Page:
One of the first things you do, after you create your new Azure virtual machine, is remote desktop into it.
Depending on the type of Azure environment you have, you might want to define the best access policy to the virtual machines, determining for example if you need to be connected to a VPN corporate network or not.
In my example, my Azure subscription is used for testing and therefore I will allow external access to my virtual machine.
It’s also important to understand that, to give remote desktop access to the virtual machine, what you need to configure are Inbound Port Rules in the network security group.
You have three options when it comes to configuring security access policies to a new Virtual Machine.
Option 1: Select the ports you want open, during the virtual machine creation
This is the simplest option, unless you want to keep things organized and manageable by using the same network security group for multiple virtual machines (see option 3).
When creating the virtual machine in the main menu you should see a section called “Select inbound ports”, after selecting the “Allow selected ports” right above that one.
All you have to do is select the ports that you want to open, for example 443, 25 and 3389 for an Exchange Server and the new network security group will be configured automatically.
Option 2: Create a new virtual machine with default settings. Once the VM is created edit the newly created Network Security Group.
This is the option you should follow in case you either forgot or chosen not to follow the option above and you didn’t selected an existing and already configured network security group, during the virtual machine creation.
A newly created network security group, should have the following Inbound Port Rules created as default:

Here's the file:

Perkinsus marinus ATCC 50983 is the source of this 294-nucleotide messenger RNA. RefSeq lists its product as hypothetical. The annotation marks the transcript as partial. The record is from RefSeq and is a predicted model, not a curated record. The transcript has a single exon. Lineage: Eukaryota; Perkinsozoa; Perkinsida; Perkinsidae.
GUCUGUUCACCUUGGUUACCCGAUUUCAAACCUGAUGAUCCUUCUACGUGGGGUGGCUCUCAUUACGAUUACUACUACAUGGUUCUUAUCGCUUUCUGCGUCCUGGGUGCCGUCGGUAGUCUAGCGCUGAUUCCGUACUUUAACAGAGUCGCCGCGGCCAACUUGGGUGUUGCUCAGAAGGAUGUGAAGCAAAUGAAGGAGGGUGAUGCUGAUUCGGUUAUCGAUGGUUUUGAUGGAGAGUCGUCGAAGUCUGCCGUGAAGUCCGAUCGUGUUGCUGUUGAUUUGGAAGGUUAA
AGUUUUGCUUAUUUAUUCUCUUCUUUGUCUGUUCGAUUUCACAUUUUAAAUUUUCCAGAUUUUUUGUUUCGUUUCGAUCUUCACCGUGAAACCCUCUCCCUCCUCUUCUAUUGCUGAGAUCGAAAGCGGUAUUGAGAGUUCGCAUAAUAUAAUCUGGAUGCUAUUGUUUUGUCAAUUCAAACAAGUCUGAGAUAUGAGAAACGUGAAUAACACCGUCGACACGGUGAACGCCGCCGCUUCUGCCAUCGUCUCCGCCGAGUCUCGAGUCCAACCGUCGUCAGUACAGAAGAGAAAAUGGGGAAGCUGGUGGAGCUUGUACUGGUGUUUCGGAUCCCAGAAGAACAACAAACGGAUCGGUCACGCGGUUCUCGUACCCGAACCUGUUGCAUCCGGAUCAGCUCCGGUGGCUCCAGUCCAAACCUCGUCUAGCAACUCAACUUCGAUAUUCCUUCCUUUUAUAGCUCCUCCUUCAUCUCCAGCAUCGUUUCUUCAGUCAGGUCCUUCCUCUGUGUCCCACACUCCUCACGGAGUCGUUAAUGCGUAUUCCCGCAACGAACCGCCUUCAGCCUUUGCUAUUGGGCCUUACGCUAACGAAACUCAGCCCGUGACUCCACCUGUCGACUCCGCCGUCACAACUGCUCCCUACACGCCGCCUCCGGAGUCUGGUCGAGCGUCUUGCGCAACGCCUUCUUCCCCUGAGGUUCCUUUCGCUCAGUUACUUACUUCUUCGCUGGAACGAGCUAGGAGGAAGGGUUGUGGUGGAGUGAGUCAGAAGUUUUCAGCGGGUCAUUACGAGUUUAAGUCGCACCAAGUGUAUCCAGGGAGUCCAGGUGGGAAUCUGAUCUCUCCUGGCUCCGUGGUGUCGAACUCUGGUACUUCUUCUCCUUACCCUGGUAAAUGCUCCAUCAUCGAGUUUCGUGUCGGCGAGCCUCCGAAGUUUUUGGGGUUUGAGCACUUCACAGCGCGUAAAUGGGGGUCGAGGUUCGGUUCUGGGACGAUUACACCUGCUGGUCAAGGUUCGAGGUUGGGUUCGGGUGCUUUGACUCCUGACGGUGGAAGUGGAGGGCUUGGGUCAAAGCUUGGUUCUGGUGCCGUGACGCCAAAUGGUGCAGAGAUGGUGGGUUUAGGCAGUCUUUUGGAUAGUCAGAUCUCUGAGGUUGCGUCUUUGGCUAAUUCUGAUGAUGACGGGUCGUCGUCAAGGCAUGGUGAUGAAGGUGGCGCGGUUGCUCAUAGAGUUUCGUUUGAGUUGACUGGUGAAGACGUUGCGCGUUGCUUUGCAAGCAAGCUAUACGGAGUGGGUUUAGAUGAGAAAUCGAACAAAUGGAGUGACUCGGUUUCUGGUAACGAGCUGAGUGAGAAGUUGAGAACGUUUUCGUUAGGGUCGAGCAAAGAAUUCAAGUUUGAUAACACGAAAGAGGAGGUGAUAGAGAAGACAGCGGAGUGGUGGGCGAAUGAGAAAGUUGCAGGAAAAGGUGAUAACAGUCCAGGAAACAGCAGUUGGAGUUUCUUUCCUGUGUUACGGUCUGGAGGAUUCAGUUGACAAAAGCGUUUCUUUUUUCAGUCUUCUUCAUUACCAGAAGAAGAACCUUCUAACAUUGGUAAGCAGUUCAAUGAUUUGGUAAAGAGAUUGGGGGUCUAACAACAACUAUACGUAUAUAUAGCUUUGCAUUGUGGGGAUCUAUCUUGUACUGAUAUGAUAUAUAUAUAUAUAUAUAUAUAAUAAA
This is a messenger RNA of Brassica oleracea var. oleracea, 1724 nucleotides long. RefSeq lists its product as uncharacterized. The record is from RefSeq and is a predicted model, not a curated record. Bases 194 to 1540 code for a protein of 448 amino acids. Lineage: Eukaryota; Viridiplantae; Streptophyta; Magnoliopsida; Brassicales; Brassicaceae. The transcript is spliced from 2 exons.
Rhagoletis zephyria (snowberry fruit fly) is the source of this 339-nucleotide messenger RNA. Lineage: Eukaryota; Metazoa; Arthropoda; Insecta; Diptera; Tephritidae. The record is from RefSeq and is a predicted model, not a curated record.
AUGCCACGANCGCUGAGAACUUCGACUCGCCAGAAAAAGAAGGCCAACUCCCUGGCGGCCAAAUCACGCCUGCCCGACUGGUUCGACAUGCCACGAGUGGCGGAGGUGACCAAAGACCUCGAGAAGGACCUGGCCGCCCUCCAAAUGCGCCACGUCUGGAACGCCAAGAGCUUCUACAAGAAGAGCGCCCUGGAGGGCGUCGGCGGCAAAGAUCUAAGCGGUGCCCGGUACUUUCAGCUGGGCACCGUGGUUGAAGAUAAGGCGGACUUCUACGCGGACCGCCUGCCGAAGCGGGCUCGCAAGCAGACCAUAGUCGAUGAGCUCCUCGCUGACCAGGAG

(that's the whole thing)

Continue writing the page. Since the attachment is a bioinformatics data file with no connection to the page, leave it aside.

And what you need to do is add an inbound port rule.
You can do it via the azure portal, by either going to the virtual machine and then the networking section under settings and clicking “Add Inbound Port Rule” under the correspondent tab.
You can also go directly to the network security group (under all resources) and then the inbound security rules under settings and clicking “Add”.
The above is how the inbound rule should look like. You can click in the “Basic” button in the top left to select from an existing service template. There’s an excellent article on how to open ports to a virtual machine with the Azure portal, that you might also look at for additional details.
Option 3: Create a new Network Security group and select it when creating the new virtual machine.
The other more advanced option is to create a network security group and use it for multiple Virtual Machines when you create them. That way you won’t have unique security groups per virtual machine and you won’t have to keep opening one or multiple services for those virtual machines, each time you create a new one.
I won’t go into details on how to create the network security group. For that just follow the official guidance on the link above.
Once you have your group created and upon creation of the new Virtual Machine, make sure you select it, instead of the default option to create a new one.
When creating the virtual machine, in the “Networking” tab, selected “Advanced” under “NIC network security group” and select an existing security group.
And that’s it. It’s a very simple process and one you need done if you want to start accessing those Virtual Machines or publishing services like HTTPS or SMTP. Hopefully after reading this post you understand the several options you have.
All of the above can of course be done via PowerShell, but to keep this post as simple as possible, I’ve used the portal.
Note: I want to make clear that you should not allow Internet unrestricted access to your virtual machine, unless it’s a test machine where you have no type of sensitive data. Even in those cases you can always easily set the source address or range of addresses for that inbound port rule.